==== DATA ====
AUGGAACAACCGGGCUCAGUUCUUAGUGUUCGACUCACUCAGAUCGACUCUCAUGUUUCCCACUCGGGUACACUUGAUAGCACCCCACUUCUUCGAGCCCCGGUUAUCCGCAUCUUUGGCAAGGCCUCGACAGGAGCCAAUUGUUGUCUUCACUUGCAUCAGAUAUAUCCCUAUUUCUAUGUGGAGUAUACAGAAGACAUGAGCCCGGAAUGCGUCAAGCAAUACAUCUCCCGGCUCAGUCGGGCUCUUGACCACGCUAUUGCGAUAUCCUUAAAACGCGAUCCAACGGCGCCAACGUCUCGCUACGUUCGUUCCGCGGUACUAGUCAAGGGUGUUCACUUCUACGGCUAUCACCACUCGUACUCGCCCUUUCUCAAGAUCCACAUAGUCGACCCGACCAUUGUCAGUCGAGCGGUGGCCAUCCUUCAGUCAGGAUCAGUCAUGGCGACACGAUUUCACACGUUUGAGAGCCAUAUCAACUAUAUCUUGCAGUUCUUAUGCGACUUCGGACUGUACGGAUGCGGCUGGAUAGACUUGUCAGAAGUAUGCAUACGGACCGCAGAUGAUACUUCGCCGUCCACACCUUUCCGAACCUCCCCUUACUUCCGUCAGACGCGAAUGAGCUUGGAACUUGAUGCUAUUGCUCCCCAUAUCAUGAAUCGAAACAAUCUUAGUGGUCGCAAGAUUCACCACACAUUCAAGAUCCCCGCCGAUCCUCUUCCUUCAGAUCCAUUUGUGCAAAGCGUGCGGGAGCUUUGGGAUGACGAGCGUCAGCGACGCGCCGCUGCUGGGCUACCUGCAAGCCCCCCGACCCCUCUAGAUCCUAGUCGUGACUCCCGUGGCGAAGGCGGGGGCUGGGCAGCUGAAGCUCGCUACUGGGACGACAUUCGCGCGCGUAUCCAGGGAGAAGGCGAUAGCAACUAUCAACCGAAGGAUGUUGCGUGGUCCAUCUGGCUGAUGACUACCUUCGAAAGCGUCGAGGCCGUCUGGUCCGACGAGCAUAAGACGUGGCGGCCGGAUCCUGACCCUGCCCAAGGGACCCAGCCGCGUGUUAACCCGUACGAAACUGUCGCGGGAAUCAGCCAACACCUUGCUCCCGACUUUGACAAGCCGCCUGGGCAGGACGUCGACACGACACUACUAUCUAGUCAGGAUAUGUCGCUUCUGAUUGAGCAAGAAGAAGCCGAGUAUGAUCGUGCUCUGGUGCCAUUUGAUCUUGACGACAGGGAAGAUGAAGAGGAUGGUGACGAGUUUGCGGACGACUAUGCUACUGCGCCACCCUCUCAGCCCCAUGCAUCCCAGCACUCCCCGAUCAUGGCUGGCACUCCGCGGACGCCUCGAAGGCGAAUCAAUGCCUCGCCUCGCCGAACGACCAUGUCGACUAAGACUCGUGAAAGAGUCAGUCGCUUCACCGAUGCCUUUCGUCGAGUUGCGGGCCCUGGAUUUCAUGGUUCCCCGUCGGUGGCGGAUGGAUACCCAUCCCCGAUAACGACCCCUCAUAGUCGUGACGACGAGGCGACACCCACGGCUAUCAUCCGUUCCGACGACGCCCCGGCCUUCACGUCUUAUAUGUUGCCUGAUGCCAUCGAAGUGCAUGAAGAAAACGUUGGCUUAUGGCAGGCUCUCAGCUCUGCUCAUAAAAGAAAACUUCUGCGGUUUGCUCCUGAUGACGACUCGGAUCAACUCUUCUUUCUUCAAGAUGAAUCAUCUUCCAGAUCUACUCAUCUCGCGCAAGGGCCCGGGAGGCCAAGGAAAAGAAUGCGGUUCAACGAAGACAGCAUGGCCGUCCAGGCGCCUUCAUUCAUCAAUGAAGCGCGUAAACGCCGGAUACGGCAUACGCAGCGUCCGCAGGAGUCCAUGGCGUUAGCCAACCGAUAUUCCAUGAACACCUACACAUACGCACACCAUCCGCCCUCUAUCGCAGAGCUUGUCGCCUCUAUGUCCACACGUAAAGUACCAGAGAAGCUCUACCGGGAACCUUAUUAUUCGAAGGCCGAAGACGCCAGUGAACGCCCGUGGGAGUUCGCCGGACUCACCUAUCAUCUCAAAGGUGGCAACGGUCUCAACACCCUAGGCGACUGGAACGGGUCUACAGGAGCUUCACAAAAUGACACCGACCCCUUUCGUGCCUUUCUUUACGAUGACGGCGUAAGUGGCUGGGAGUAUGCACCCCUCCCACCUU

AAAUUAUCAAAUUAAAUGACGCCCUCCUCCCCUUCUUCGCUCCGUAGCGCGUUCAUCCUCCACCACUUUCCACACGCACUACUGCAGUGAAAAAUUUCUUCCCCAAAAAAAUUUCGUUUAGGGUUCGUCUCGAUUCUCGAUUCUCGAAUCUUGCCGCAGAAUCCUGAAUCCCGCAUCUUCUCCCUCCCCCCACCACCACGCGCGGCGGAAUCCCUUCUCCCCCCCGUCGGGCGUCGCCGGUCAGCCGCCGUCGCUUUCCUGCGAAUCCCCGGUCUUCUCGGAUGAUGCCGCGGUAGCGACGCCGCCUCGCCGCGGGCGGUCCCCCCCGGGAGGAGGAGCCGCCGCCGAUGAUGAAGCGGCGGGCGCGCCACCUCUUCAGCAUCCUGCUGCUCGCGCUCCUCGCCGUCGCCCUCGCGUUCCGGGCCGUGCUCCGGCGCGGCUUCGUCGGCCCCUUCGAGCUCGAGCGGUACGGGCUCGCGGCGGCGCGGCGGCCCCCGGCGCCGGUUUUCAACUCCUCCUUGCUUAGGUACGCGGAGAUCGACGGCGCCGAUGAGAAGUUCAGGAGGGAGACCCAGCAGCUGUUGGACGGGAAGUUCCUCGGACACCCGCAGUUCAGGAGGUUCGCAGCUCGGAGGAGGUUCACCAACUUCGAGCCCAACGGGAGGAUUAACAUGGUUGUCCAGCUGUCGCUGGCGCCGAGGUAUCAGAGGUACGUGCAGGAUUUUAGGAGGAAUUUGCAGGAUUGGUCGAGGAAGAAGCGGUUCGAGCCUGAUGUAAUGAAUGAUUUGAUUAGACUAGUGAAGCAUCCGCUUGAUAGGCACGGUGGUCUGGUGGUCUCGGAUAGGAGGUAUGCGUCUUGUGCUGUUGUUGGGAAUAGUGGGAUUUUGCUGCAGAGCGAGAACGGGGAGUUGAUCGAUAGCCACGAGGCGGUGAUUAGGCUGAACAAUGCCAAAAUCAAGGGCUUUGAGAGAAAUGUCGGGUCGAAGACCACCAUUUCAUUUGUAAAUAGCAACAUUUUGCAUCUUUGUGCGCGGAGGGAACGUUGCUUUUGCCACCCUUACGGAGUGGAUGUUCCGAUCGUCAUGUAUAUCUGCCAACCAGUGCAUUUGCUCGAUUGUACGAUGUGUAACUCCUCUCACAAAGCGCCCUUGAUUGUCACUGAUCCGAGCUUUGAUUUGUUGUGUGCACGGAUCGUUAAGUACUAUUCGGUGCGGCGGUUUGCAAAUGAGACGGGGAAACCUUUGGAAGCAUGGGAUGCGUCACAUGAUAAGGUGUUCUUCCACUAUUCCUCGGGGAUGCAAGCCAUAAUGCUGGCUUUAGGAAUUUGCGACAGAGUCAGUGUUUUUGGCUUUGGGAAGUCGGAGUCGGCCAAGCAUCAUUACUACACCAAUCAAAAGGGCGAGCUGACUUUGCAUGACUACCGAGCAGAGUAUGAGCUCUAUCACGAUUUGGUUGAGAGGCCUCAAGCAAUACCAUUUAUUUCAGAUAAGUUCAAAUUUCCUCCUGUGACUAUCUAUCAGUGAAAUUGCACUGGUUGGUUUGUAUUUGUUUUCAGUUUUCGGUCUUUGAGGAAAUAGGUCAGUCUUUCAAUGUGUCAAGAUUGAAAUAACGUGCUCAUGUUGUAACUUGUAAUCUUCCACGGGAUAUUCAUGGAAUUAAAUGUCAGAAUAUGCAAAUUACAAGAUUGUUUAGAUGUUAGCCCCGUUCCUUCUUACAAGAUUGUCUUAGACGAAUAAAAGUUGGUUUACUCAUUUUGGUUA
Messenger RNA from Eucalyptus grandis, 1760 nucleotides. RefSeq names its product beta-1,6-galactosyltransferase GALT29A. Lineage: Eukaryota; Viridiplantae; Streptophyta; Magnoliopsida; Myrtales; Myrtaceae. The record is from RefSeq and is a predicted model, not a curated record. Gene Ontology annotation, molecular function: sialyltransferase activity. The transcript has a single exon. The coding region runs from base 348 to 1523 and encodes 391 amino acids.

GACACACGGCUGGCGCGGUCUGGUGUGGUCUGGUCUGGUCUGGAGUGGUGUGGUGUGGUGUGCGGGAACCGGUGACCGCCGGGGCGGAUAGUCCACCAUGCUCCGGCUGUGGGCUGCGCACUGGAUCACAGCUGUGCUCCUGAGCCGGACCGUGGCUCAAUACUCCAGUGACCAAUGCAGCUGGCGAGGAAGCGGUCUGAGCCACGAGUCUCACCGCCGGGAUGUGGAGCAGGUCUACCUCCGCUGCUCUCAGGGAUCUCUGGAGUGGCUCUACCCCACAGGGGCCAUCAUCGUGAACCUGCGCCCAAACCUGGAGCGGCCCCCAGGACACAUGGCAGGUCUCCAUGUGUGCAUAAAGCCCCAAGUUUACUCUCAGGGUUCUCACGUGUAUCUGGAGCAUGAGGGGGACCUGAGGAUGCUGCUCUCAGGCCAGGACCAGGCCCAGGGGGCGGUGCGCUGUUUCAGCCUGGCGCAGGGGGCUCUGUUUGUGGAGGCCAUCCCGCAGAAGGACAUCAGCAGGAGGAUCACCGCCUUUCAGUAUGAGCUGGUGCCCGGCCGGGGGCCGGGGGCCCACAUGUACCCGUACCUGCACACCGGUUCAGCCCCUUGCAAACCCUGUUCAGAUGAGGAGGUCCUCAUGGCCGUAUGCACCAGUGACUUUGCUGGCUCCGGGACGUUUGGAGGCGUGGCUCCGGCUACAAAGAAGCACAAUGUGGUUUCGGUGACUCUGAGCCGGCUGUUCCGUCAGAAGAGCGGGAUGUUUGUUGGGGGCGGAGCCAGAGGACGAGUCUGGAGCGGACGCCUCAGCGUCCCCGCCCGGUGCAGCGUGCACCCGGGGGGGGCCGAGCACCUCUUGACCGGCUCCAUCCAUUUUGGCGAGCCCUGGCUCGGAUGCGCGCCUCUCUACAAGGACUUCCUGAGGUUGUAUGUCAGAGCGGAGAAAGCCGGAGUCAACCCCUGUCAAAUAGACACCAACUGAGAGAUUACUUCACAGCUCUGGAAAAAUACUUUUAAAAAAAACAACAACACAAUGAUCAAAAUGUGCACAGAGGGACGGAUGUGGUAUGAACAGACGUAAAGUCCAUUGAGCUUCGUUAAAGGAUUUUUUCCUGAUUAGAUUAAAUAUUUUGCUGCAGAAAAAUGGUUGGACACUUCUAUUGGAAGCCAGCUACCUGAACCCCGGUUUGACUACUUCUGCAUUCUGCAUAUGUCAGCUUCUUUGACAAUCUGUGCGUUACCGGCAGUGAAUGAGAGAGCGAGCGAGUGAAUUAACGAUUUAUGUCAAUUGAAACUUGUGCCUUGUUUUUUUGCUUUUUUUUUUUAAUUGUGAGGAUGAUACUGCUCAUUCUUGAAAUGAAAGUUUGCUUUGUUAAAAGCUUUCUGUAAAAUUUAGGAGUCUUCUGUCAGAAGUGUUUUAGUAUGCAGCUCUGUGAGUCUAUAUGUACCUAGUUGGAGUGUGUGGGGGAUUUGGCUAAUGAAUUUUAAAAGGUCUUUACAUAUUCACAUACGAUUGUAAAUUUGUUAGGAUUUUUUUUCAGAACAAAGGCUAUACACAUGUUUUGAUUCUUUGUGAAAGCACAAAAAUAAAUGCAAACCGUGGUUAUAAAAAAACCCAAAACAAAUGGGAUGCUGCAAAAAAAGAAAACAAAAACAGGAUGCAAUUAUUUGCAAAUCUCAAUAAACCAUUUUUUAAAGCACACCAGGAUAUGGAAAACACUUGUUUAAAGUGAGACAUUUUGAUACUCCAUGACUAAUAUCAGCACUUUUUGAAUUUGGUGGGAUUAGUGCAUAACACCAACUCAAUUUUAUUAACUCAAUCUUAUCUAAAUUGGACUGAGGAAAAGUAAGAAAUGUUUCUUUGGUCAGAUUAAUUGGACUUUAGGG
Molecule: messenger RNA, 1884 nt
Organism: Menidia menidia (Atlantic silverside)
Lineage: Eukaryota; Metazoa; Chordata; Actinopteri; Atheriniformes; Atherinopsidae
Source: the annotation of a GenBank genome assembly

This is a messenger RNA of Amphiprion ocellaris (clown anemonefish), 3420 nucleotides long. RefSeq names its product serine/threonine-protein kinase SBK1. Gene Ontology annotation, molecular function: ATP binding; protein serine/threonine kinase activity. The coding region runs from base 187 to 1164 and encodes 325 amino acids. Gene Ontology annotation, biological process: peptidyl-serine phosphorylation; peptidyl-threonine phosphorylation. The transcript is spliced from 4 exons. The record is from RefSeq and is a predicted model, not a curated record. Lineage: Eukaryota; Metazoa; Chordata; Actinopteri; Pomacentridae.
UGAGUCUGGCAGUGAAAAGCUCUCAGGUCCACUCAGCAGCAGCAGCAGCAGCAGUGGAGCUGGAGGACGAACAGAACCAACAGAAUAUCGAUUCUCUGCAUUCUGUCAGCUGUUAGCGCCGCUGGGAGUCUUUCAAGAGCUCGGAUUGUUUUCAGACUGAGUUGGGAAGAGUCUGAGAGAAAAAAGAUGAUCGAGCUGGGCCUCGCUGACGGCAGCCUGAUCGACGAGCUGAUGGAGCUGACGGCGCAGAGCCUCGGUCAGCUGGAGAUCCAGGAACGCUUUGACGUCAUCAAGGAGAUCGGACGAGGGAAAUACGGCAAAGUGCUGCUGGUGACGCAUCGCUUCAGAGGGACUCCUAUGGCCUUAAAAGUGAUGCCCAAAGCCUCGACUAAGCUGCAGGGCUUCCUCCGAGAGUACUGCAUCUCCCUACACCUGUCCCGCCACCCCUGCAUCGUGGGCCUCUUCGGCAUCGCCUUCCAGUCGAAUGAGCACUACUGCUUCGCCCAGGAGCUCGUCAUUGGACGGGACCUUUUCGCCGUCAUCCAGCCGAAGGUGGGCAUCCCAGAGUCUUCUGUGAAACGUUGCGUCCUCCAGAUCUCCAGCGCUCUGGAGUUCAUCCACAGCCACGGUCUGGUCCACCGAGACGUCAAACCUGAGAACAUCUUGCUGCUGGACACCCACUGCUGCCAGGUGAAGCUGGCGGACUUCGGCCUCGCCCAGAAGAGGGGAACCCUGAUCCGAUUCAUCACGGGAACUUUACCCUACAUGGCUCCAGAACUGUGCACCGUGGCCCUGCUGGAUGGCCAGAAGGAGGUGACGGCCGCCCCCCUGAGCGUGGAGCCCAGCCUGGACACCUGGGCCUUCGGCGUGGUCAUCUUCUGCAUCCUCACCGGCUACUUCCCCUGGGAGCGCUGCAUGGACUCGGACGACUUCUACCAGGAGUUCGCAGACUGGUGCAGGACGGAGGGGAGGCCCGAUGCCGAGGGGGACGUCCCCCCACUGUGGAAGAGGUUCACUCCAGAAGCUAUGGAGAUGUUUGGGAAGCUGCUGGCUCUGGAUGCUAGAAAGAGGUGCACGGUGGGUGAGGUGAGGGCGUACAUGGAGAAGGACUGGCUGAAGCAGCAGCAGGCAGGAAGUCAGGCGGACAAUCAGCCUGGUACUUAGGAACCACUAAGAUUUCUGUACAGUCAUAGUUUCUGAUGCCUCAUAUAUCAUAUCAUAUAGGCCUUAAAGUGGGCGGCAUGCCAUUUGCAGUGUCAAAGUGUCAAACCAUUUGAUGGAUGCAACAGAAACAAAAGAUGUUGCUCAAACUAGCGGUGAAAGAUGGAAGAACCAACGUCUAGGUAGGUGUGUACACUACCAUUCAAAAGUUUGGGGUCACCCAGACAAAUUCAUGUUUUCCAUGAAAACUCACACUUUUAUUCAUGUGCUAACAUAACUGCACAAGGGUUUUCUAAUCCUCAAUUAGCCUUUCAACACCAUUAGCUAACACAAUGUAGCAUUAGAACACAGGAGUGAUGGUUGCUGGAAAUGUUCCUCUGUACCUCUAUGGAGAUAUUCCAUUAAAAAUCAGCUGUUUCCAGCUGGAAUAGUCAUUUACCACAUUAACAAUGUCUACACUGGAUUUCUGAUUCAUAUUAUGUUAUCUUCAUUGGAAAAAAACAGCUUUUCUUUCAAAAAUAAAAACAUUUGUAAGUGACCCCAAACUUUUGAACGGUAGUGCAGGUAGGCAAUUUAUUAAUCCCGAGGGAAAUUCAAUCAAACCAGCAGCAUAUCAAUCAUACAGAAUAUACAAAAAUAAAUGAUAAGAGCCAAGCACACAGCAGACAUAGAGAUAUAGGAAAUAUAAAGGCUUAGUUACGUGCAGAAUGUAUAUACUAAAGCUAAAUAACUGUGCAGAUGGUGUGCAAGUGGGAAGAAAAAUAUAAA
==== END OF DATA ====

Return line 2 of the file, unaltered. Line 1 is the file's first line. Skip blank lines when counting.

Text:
AAAUUAUCAAAUUAAAUGACGCCCUCCUCCCCUUCUUCGCUCCGUAGCGCGUUCAUCCUCCACCACUUUCCACACGCACUACUGCAGUGAAAAAUUUCUUCCCCAAAAAAAUUUCGUUUAGGGUUCGUCUCGAUUCUCGAUUCUCGAAUCUUGCCGCAGAAUCCUGAAUCCCGCAUCUUCUCCCUCCCCCCACCACCACGCGCGGCGGAAUCCCUUCUCCCCCCCGUCGGGCGUCGCCGGUCAGCCGCCGUCGCUUUCCUGCGAAUCCCCGGUCUUCUCGGAUGAUGCCGCGGUAGCGACGCCGCCUCGCCGCGGGCGGUCCCCCCCGGGAGGAGGAGCCGCCGCCGAUGAUGAAGCGGCGGGCGCGCCACCUCUUCAGCAUCCUGCUGCUCGCGCUCCUCGCCGUCGCCCUCGCGUUCCGGGCCGUGCUCCGGCGCGGCUUCGUCGGCCCCUUCGAGCUCGAGCGGUACGGGCUCGCGGCGGCGCGGCGGCCCCCGGCGCCGGUUUUCAACUCCUCCUUGCUUAGGUACGCGGAGAUCGACGGCGCCGAUGAGAAGUUCAGGAGGGAGACCCAGCAGCUGUUGGACGGGAAGUUCCUCGGACACCCGCAGUUCAGGAGGUUCGCAGCUCGGAGGAGGUUCACCAACUUCGAGCCCAACGGGAGGAUUAACAUGGUUGUCCAGCUGUCGCUGGCGCCGAGGUAUCAGAGGUACGUGCAGGAUUUUAGGAGGAAUUUGCAGGAUUGGUCGAGGAAGAAGCGGUUCGAGCCUGAUGUAAUGAAUGAUUUGAUUAGACUAGUGAAGCAUCCGCUUGAUAGGCACGGUGGUCUGGUGGUCUCGGAUAGGAGGUAUGCGUCUUGUGCUGUUGUUGGGAAUAGUGGGAUUUUGCUGCAGAGCGAGAACGGGGAGUUGAUCGAUAGCCACGAGGCGGUGAUUAGGCUGAACAAUGCCAAAAUCAAGGGCUUUGAGAGAAAUGUCGGGUCGAAGACCACCAUUUCAUUUGUAAAUAGCAACAUUUUGCAUCUUUGUGCGCGGAGGGAACGUUGCUUUUGCCACCCUUACGGAGUGGAUGUUCCGAUCGUCAUGUAUAUCUGCCAACCAGUGCAUUUGCUCGAUUGUACGAUGUGUAACUCCUCUCACAAAGCGCCCUUGAUUGUCACUGAUCCGAGCUUUGAUUUGUUGUGUGCACGGAUCGUUAAGUACUAUUCGGUGCGGCGGUUUGCAAAUGAGACGGGGAAACCUUUGGAAGCAUGGGAUGCGUCACAUGAUAAGGUGUUCUUCCACUAUUCCUCGGGGAUGCAAGCCAUAAUGCUGGCUUUAGGAAUUUGCGACAGAGUCAGUGUUUUUGGCUUUGGGAAGUCGGAGUCGGCCAAGCAUCAUUACUACACCAAUCAAAAGGGCGAGCUGACUUUGCAUGACUACCGAGCAGAGUAUGAGCUCUAUCACGAUUUGGUUGAGAGGCCUCAAGCAAUACCAUUUAUUUCAGAUAAGUUCAAAUUUCCUCCUGUGACUAUCUAUCAGUGAAAUUGCACUGGUUGGUUUGUAUUUGUUUUCAGUUUUCGGUCUUUGAGGAAAUAGGUCAGUCUUUCAAUGUGUCAAGAUUGAAAUAACGUGCUCAUGUUGUAACUUGUAAUCUUCCACGGGAUAUUCAUGGAAUUAAAUGUCAGAAUAUGCAAAUUACAAGAUUGUUUAGAUGUUAGCCCCGUUCCUUCUUACAAGAUUGUCUUAGACGAAUAAAAGUUGGUUUACUCAUUUUGGUUA